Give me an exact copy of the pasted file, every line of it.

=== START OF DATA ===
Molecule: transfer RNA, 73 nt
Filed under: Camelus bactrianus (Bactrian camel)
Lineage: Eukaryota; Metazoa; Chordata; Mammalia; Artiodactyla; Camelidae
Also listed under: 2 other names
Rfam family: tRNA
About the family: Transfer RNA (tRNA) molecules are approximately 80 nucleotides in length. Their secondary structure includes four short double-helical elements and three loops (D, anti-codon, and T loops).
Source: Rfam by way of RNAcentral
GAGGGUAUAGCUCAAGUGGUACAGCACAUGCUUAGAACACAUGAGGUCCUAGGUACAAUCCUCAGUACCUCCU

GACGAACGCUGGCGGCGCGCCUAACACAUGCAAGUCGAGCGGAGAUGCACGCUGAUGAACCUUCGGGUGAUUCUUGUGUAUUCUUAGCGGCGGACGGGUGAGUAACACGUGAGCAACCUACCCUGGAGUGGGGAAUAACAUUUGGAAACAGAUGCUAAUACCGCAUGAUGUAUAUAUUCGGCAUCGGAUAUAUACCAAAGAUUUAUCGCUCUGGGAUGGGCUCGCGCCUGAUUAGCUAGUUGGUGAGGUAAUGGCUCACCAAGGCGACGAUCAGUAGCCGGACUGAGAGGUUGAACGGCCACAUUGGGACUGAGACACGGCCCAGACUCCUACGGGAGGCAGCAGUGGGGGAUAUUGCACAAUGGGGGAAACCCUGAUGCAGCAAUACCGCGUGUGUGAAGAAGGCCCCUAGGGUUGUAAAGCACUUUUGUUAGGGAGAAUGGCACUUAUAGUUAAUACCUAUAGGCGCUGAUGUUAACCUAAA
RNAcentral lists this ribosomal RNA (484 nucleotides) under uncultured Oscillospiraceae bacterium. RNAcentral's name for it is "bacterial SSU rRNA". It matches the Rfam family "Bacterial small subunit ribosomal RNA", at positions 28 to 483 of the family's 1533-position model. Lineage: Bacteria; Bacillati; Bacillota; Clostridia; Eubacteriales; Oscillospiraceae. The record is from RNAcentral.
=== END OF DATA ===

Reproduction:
Molecule: transfer RNA, 73 nt
Filed under: Camelus bactrianus (Bactrian camel)
Lineage: Eukaryota; Metazoa; Chordata; Mammalia; Artiodactyla; Camelidae
Also listed under: 2 other names
Rfam family: tRNA
About the family: Transfer RNA (tRNA) molecules are approximately 80 nucleotides in length. Their secondary structure includes four short double-helical elements and three loops (D, anti-codon, and T loops).
Source: Rfam by way of RNAcentral
GAGGGUAUAGCUCAAGUGGUACAGCACAUGCUUAGAACACAUGAGGUCCUAGGUACAAUCCUCAGUACCUCCU

GACGAACGCUGGCGGCGCGCCUAACACAUGCAAGUCGAGCGGAGAUGCACGCUGAUGAACCUUCGGGUGAUUCUUGUGUAUUCUUAGCGGCGGACGGGUGAGUAACACGUGAGCAACCUACCCUGGAGUGGGGAAUAACAUUUGGAAACAGAUGCUAAUACCGCAUGAUGUAUAUAUUCGGCAUCGGAUAUAUACCAAAGAUUUAUCGCUCUGGGAUGGGCUCGCGCCUGAUUAGCUAGUUGGUGAGGUAAUGGCUCACCAAGGCGACGAUCAGUAGCCGGACUGAGAGGUUGAACGGCCACAUUGGGACUGAGACACGGCCCAGACUCCUACGGGAGGCAGCAGUGGGGGAUAUUGCACAAUGGGGGAAACCCUGAUGCAGCAAUACCGCGUGUGUGAAGAAGGCCCCUAGGGUUGUAAAGCACUUUUGUUAGGGAGAAUGGCACUUAUAGUUAAUACCUAUAGGCGCUGAUGUUAACCUAAA
RNAcentral lists this ribosomal RNA (484 nucleotides) under uncultured Oscillospiraceae bacterium. RNAcentral's name for it is "bacterial SSU rRNA". It matches the Rfam family "Bacterial small subunit ribosomal RNA", at positions 28 to 483 of the family's 1533-position model. Lineage: Bacteria; Bacillati; Bacillota; Clostridia; Eubacteriales; Oscillospiraceae. The record is from RNAcentral.